In other words, once Augustine had given thought to becoming a Christian, how rigorous a form of Christian living might Augustine have envisioned for himself? He certainly was not a person who did things by half measures, and adopted with all of his mind and heart anything that he chose to undertake. As yet he was fighting an inner conflict: on the one hand, his impending marriage and accompanying ambitions, and on the other, his desire to dedicate himself to a search for truth and wisdom.
In the tradition of many great philosophers, the search for truth was typically conducted in a celibate state. Augustine could have accepted baptism and then married, continued in a teaching position and raised a family, but there is no evidence that this was his desired scenario. Indeed, the examples that he wrote about as having impressed him while he thought about approaching baptism were of a much more vigorous and self-sacrificing style of Christian living.
In the time of Augustine, severe asceticism was a standard to be admired and imitated. The heroes for Christians were spiritual figures like Saint Antony of Egypt (251-356). Anthony gave up even the most innocent pleasures to live as a hermit in the desert, and formed a community of hermits there. Antony had died in the Egyptian desert two years after the birth of Augustine.
In his Confessions Augustine recorded how one of his friends, a government official, while walking near the city walls of Treves, found a copy of the life of Antony that had been written by the great Saint Athanasius. He wrote that his friend was attracted to the asceticism of Anthony in the desert, and had been immediately caught up with the love of holiness. Augustine reported that he experienced a similar attraction.
During the time of Augustine there were numerous examples of Roman aristocrats who became Christian and then gave away their wealth to the poor and the Church. They also sometimes lived voluntarily in celibate marriages, and withdrew from Roman society to dedicate their entire lives to the contemplation of God. During the lifetime of Augustine, there were numerous examples of Roman aristocrats who became Christian and then gave away their wealth to the poor and the Church. In one particular incident that Ponticianus told to Augustine, not only the two young Roman officials but also their fiancées instantly decided to give up everything, even sexual relations and marriage, in order to dedicate themselves fully to God. As well, Augustine learned of a community of ascetics living in Milan.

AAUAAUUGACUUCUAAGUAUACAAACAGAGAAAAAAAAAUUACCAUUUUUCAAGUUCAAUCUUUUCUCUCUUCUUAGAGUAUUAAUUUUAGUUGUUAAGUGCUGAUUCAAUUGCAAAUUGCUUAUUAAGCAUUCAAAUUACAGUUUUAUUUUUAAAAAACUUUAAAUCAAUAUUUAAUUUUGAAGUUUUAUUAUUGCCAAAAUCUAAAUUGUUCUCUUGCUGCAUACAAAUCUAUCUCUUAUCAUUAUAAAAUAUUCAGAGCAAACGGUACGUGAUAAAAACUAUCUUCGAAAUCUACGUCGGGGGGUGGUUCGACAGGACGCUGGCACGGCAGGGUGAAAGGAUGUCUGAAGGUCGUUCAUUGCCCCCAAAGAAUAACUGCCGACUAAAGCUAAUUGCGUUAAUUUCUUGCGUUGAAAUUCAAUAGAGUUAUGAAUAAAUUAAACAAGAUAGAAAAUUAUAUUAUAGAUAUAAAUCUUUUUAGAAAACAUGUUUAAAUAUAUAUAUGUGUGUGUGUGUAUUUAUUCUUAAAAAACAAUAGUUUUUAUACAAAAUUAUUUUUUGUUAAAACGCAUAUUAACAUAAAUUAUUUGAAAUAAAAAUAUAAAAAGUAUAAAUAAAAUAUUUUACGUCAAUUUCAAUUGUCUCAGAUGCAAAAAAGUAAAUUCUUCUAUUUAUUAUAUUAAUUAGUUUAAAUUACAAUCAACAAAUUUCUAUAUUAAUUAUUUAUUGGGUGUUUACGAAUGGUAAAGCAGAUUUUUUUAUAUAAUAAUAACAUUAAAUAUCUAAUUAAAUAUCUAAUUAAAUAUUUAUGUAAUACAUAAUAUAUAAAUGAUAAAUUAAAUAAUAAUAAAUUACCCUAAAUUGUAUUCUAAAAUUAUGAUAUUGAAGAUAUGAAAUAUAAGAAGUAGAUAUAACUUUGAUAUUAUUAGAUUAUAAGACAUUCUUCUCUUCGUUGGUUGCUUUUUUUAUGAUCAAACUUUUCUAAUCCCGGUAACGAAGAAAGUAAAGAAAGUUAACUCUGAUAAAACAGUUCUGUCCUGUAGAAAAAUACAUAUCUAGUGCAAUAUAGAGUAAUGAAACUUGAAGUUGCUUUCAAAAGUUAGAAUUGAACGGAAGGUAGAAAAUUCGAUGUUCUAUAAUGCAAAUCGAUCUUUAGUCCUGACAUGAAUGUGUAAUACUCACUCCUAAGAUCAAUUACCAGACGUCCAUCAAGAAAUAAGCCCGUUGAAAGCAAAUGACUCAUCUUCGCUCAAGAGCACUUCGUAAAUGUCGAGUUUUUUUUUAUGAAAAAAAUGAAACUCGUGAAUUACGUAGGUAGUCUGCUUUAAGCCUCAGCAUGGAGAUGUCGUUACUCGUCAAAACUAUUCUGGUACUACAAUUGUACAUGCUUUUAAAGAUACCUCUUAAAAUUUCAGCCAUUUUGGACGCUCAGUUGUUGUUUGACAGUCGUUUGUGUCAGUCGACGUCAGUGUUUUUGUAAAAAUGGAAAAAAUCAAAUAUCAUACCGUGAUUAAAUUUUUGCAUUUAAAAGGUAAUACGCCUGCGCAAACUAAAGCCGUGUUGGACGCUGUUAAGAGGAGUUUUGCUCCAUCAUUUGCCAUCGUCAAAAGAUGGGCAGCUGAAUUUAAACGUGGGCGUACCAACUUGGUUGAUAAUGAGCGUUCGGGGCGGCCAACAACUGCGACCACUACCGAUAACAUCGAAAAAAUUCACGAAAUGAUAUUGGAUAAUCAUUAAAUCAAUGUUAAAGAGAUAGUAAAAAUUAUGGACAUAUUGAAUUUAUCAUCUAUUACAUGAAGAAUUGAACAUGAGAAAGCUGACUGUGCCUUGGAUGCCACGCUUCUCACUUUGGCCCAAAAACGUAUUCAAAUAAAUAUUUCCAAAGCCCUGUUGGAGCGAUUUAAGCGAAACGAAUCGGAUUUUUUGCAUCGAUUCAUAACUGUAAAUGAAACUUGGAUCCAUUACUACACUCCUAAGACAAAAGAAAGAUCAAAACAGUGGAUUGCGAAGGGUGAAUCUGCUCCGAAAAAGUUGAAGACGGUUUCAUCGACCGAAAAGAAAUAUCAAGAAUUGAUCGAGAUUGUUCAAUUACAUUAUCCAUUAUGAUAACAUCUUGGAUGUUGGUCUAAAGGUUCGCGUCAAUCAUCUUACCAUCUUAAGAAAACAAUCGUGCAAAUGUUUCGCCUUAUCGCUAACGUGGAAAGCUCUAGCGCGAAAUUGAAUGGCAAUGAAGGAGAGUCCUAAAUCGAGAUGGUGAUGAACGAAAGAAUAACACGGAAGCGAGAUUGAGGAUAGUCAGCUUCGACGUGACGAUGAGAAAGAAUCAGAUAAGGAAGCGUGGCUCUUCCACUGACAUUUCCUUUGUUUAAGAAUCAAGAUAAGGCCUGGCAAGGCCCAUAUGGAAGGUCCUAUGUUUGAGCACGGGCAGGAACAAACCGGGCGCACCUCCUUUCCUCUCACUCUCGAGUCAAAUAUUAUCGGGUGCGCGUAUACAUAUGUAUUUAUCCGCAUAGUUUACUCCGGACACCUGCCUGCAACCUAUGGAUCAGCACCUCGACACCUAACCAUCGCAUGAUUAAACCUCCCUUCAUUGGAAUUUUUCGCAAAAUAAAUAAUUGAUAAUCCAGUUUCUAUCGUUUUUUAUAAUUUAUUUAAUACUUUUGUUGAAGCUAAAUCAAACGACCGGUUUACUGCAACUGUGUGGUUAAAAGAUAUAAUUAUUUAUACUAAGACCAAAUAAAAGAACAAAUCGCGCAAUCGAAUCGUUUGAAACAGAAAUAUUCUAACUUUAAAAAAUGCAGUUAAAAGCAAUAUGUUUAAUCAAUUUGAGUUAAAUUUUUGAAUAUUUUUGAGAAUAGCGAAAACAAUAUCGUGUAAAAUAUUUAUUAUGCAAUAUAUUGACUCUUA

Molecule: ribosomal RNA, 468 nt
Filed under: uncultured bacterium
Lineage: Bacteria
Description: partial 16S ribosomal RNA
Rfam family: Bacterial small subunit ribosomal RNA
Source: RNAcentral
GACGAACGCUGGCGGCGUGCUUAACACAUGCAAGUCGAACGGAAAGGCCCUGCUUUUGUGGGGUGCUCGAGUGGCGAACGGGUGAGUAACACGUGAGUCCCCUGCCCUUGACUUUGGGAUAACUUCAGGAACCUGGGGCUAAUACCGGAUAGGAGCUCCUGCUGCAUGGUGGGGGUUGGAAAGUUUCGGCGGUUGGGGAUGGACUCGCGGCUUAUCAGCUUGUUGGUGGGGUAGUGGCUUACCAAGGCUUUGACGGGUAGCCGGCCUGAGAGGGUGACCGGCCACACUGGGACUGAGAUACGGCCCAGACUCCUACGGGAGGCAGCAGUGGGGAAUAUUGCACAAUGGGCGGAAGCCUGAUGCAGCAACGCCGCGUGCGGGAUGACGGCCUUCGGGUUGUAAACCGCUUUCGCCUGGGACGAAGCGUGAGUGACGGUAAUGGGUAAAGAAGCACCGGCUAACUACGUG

In the past Augustine had prayed for chastity. But part of him was not ready for it, and he would add the words, "but not yet," to his prayer. In his mind he was ready to dedicate himself completely to God, but his uncontrolled emotions still opposed this decision. He was held back by his concern that his previous immoral life still had some power over him.
Augustine was impressed by these various examples of Christian community. It was quite possible that his acceptance of baptism might then lead to the additional option of celibacy. This was even more probable because he had remorse for what he saw as the sexual immorality and excess of his earlier years. This is exemplified in the action of Augustine of going to Cassaciacum to form a community for study and Christian contemplation. He did this soon after his conversion experience in the garden at Milan. It was also demonstrated when, after his baptism in Milan and the death of his mother in Ostia, Augustine returned to North Africa. His purpose was to form a lay community. There he was devoted to prayer and reading, and remained celibate.
It was further demonstrated when he was "grabbed" for priesthood by the church in Hippo. He made it a condition of his accepting priesthood that he still be allowed to form a community and to live in it. A little later in his life, his Rule demonstrated in both theory and practice that style of Christian life to which he had begun to feel called even before he had accepted the waters of baptism. In Milan before his baptism, Augustine was fighting an inner conflict. On the one hand there was the option of his impending marriage. And on the other hand, there was his desire to dedicate himself to a search for truth and wisdom, which in the tradition of many great philosophers was typically conducted in a celibate state. AN1108